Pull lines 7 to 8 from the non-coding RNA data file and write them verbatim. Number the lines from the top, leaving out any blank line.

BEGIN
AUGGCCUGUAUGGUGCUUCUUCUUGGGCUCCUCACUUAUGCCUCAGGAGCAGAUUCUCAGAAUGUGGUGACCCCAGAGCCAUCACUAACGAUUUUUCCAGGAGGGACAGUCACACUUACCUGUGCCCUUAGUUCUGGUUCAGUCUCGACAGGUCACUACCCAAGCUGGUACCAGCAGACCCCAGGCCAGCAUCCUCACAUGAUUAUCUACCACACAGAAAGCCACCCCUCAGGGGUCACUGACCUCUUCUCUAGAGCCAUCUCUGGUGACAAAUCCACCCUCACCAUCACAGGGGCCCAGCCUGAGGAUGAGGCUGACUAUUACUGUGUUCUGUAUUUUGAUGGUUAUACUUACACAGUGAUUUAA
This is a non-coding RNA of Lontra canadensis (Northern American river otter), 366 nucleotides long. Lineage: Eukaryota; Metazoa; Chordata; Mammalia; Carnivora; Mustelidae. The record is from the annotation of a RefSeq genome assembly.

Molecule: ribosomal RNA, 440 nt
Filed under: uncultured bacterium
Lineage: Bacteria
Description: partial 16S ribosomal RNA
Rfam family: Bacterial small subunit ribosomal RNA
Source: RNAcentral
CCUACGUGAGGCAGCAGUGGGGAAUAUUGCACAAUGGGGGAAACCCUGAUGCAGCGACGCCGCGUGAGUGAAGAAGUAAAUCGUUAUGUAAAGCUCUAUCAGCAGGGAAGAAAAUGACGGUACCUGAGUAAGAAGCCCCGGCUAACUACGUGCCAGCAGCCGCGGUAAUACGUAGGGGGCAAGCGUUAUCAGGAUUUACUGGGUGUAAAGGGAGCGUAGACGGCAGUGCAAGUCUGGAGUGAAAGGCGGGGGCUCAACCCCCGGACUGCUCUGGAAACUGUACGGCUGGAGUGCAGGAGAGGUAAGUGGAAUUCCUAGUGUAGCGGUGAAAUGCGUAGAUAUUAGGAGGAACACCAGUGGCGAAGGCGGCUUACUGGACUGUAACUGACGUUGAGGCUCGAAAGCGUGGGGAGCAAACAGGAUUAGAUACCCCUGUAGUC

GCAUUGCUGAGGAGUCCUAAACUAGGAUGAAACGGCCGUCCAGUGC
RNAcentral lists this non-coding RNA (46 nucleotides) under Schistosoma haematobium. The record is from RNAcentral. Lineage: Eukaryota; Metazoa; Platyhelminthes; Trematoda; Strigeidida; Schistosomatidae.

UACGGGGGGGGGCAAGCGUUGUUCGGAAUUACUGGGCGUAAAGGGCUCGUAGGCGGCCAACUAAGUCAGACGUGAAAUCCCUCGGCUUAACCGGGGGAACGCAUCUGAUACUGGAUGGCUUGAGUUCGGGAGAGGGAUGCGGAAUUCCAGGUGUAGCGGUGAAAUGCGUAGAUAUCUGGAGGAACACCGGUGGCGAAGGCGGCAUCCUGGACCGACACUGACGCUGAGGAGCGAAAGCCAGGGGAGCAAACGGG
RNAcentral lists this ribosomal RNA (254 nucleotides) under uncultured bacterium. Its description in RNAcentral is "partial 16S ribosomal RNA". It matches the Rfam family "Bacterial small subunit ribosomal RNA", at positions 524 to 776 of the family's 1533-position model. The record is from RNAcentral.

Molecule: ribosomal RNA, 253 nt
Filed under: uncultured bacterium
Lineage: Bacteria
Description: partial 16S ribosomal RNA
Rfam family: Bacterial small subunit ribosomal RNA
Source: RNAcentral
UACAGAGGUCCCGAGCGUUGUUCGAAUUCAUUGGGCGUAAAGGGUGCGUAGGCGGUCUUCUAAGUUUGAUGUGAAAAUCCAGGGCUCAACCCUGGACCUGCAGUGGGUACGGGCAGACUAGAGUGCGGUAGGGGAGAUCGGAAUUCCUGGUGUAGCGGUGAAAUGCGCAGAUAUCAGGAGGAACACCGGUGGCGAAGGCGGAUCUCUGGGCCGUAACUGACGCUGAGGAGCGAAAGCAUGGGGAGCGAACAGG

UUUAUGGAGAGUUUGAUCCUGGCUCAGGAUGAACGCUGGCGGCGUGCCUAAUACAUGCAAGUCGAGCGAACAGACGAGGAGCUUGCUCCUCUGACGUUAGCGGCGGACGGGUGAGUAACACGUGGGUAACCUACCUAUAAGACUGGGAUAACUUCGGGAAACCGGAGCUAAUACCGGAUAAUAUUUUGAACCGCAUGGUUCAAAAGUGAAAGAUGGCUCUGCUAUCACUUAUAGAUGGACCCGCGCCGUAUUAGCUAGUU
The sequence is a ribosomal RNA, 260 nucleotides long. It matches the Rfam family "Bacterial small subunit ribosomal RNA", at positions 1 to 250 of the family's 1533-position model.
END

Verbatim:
Rfam family: Bacterial small subunit ribosomal RNA
Source: RNAcentral